Role of SLTs in justice settings

SLTs work with young people and adults in the community and in secure settings. Speech and language therapy significantly improves the communication skills of young offenders which reduces the risk of reoffending, increases access to rehabilitation and treatment programmes, and can improve an individual’s chances of engaging in education and employment.

  • Around 60% of young people in justice settings have speech, language and communication needs (SLCN) (Bryan et al, 2007; Talbot and Jacobson, 2010; Heritage et al., 2011; Snow and Powell, 2011; Gregory and Bryan, 2012).

  • A significant number of speech and language therapists work in justice settings across the UK.

  • Around 80% of Registered Intermediaries are SLTs. Registered Intermediaries work with vulnerable witnesses, any child under 16 and adults with SLCN.

(Please note: Registered Intermediaries do not operate in Scotland).

How speech and language therapy services can help young offenders


SLTs working in justice settings:

  • Screen and assess people to determine their speech, language and communication needs.
  • Support young people to develop their own strategies to facilitate communication 
  • Work with others to make treatment, education and information more accessible and ensure that programmes and regimes are aimed at appropriate levels for individuals.
  • Train the workforce to be able to identify who may need support with speech, language and communication, understand how this might impact on the young person and how to improve their interaction with individuals.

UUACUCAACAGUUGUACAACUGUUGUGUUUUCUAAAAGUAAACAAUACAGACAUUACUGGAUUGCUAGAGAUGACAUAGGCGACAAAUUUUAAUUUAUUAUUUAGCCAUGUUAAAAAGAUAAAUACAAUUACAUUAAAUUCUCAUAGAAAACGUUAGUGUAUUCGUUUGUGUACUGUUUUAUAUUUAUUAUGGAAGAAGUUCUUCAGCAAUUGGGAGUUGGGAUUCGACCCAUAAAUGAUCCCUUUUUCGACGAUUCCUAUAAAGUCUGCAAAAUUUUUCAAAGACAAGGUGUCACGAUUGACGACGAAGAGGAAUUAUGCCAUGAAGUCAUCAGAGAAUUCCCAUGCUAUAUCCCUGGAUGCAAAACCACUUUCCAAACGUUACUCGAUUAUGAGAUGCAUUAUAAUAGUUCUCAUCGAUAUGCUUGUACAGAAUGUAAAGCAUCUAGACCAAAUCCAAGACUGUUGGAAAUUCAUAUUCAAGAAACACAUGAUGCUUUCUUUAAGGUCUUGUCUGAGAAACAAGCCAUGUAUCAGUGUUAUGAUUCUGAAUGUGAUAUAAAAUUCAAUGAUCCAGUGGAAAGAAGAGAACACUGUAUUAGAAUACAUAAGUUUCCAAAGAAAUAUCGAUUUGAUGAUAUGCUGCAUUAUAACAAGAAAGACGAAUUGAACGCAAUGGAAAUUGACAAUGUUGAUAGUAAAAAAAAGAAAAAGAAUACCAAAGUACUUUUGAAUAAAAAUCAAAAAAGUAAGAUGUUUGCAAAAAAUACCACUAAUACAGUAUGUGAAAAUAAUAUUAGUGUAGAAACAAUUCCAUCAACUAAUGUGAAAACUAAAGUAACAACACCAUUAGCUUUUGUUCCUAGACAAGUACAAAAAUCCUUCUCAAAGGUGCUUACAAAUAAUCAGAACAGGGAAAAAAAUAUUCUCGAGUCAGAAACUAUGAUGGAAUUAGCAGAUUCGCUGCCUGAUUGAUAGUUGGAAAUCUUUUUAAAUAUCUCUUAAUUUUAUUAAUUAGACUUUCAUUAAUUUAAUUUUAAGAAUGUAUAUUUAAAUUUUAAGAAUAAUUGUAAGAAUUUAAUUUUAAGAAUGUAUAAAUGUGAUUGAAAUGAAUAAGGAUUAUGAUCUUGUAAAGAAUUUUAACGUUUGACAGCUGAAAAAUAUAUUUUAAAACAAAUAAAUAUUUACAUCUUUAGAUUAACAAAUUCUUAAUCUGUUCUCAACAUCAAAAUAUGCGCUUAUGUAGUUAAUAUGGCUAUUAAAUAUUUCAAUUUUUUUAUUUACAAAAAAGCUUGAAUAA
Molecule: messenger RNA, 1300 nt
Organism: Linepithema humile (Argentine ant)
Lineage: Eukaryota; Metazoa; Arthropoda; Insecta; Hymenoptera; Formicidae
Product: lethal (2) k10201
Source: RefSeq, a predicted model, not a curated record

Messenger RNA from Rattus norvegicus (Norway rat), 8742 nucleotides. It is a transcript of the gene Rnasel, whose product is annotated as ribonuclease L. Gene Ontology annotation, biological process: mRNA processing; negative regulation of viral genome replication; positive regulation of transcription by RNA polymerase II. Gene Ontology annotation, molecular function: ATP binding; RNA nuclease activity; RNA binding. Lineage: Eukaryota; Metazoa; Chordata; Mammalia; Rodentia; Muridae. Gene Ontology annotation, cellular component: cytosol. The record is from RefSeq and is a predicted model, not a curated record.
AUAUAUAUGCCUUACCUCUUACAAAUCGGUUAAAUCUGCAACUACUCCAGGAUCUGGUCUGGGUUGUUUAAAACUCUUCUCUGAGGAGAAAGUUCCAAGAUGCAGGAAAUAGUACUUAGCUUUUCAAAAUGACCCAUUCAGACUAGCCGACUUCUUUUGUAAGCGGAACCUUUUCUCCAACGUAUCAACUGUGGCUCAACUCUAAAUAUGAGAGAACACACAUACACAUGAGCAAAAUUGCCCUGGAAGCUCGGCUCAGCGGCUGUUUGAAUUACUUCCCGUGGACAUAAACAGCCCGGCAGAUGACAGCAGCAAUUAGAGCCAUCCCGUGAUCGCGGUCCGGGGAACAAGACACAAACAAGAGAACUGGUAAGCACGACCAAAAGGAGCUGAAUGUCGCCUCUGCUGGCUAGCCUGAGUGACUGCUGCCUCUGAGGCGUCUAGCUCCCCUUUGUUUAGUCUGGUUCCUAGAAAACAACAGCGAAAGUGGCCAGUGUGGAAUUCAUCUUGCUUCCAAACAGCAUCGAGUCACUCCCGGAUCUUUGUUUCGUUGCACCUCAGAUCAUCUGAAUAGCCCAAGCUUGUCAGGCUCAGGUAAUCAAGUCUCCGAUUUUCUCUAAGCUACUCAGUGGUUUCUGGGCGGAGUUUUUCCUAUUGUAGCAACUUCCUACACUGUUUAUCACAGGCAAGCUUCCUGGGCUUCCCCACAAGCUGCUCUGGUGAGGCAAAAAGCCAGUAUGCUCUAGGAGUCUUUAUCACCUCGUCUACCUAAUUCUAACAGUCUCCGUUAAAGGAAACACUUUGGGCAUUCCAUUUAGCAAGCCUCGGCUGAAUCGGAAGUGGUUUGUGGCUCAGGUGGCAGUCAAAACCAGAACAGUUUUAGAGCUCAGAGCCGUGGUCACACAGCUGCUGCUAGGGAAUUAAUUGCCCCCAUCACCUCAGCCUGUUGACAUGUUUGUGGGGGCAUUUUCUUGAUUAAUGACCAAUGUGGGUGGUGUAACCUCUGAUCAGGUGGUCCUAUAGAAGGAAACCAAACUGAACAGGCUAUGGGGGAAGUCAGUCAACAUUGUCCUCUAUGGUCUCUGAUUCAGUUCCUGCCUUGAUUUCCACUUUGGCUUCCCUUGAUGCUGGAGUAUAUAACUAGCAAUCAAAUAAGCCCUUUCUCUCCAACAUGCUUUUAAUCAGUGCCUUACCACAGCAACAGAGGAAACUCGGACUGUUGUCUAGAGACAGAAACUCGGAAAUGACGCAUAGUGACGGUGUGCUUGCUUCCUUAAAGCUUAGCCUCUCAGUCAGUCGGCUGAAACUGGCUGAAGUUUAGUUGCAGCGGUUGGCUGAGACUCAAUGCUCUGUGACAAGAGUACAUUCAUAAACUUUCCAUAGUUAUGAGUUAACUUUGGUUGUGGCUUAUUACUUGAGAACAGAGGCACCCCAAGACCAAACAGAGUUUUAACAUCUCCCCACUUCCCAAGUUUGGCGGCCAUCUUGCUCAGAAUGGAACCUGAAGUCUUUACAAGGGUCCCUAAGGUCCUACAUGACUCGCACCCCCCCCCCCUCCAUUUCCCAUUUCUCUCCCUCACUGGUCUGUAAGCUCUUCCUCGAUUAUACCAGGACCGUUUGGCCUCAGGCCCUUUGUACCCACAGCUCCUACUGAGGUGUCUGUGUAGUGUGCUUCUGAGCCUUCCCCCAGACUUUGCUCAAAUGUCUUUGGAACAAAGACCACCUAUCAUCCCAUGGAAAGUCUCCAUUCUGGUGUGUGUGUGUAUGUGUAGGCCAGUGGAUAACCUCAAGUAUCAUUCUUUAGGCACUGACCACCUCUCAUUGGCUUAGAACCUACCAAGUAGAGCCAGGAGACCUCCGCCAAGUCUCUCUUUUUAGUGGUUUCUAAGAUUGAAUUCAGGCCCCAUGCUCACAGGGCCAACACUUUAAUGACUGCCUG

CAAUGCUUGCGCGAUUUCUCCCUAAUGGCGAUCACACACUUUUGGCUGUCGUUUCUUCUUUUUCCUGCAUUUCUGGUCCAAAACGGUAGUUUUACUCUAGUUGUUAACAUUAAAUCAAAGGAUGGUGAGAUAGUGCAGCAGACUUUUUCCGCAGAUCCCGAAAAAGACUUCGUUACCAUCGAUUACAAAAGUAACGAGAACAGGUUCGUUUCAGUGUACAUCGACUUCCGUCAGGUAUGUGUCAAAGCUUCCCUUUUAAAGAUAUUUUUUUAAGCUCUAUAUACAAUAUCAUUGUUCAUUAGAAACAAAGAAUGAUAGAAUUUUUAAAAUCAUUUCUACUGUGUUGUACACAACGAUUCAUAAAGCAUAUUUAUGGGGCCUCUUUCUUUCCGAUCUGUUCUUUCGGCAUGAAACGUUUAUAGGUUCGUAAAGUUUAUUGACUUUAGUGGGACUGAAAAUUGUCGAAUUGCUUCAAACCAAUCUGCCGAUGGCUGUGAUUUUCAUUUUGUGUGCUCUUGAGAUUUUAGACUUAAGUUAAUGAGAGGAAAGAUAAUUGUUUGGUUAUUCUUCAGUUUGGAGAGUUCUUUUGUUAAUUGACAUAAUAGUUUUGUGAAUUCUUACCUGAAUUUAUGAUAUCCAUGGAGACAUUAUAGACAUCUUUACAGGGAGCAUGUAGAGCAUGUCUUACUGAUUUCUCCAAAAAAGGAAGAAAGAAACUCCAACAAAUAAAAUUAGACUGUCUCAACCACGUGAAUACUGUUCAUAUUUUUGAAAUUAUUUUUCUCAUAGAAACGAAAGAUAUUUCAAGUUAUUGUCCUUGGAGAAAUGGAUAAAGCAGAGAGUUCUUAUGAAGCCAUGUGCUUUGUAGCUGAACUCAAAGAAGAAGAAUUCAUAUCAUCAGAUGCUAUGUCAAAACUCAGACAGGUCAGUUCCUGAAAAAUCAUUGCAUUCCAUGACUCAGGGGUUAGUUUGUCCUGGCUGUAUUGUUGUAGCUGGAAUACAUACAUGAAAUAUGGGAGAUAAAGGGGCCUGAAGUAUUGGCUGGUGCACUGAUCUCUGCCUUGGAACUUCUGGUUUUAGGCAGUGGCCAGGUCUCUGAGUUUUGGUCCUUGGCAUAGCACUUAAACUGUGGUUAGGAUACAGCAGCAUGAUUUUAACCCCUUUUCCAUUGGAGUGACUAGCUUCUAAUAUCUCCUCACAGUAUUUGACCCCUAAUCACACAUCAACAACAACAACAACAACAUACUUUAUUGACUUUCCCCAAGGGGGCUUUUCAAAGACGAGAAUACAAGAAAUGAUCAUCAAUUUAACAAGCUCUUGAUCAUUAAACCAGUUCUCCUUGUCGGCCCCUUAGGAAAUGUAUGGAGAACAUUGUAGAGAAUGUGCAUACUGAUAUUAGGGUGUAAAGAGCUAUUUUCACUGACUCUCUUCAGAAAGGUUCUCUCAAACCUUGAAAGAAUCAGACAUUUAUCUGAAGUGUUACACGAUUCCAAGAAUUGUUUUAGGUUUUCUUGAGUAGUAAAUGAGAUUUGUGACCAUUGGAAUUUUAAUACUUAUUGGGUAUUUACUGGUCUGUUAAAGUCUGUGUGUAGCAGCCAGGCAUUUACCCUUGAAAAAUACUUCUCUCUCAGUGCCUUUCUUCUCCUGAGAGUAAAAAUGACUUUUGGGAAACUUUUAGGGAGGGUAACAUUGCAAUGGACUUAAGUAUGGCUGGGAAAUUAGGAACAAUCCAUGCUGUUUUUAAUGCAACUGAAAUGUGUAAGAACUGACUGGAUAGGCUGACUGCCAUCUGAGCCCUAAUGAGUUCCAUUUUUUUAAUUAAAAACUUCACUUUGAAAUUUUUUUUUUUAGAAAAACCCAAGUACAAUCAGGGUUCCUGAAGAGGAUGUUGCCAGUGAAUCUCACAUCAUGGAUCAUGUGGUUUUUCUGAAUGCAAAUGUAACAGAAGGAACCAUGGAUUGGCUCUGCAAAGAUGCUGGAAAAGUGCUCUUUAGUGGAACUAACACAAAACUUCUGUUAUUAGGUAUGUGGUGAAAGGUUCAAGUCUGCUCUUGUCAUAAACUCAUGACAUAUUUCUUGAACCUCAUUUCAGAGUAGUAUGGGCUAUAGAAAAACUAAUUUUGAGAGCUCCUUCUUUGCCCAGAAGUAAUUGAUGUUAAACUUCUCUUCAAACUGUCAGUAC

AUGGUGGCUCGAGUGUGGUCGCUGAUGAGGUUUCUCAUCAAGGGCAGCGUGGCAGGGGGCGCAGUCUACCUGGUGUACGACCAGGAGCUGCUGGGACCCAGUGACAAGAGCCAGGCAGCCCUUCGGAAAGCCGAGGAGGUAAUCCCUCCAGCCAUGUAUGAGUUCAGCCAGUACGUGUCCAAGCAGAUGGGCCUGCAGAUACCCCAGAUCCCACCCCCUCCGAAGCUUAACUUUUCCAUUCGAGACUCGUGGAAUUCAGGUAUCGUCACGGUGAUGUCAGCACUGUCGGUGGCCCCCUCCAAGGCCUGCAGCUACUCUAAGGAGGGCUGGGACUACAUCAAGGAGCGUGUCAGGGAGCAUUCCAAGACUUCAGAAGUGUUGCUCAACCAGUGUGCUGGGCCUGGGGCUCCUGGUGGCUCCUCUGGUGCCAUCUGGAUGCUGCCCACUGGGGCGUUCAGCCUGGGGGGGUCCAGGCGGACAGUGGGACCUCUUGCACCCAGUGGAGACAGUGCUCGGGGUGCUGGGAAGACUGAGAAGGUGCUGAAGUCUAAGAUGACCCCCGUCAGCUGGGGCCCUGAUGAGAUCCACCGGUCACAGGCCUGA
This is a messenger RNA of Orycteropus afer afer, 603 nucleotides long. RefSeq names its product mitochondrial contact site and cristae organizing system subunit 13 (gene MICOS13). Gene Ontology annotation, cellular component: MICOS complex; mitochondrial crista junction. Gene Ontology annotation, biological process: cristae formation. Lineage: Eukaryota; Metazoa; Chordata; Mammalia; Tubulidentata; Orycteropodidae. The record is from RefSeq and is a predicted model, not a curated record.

• Act as Registered Intermediaries to facilitate participation and engagement of children and adults who are classed as vulnerable to access the criminal justice system. This role is to support two-way communication:
            • An intermediary facilitates communication between the police, prosecution and defence legal teams and/or the court and a witness to ensure that the communication process is as complete, coherent and accurate as possible.
            • The intermediary is impartial and neutral, and their duty is to the court.

Speech and language therapy can help offenders to:

  • Develop language skills for daily life (e.g., metalinguistics: non-literal language, inference, multiple meanings, figurative language) 
  • Understand complex information and words associated with the criminal justice system
  • Develop conversation and social skills e.g. body language, turn taking, nonverbal communication 
  • Develop their vocabulary and the way they put sentences together
  • Ex
    press their feelings and emotions more effectively e.g. verbal or non-verbal/pictorial
  • Aid their understanding of different types of emotions and how these can result in a range of feelings.
  • Develop strategies to manage their own communication difficulties 

These communication skills will help offenders to: 

  • Deal with the triggers that spark anti-social behaviour
  • Find ways to overcome drug-related problems with short-term memory to deal with authority figures e.g. coping at interviews
  • Understand, and be understood, by professionals and services working within Youth Justice Settings e.g. police, court officers, prison staff social workers etc. 
  • Cope better with the social challenges in e.g. institutional life, education and work settings 




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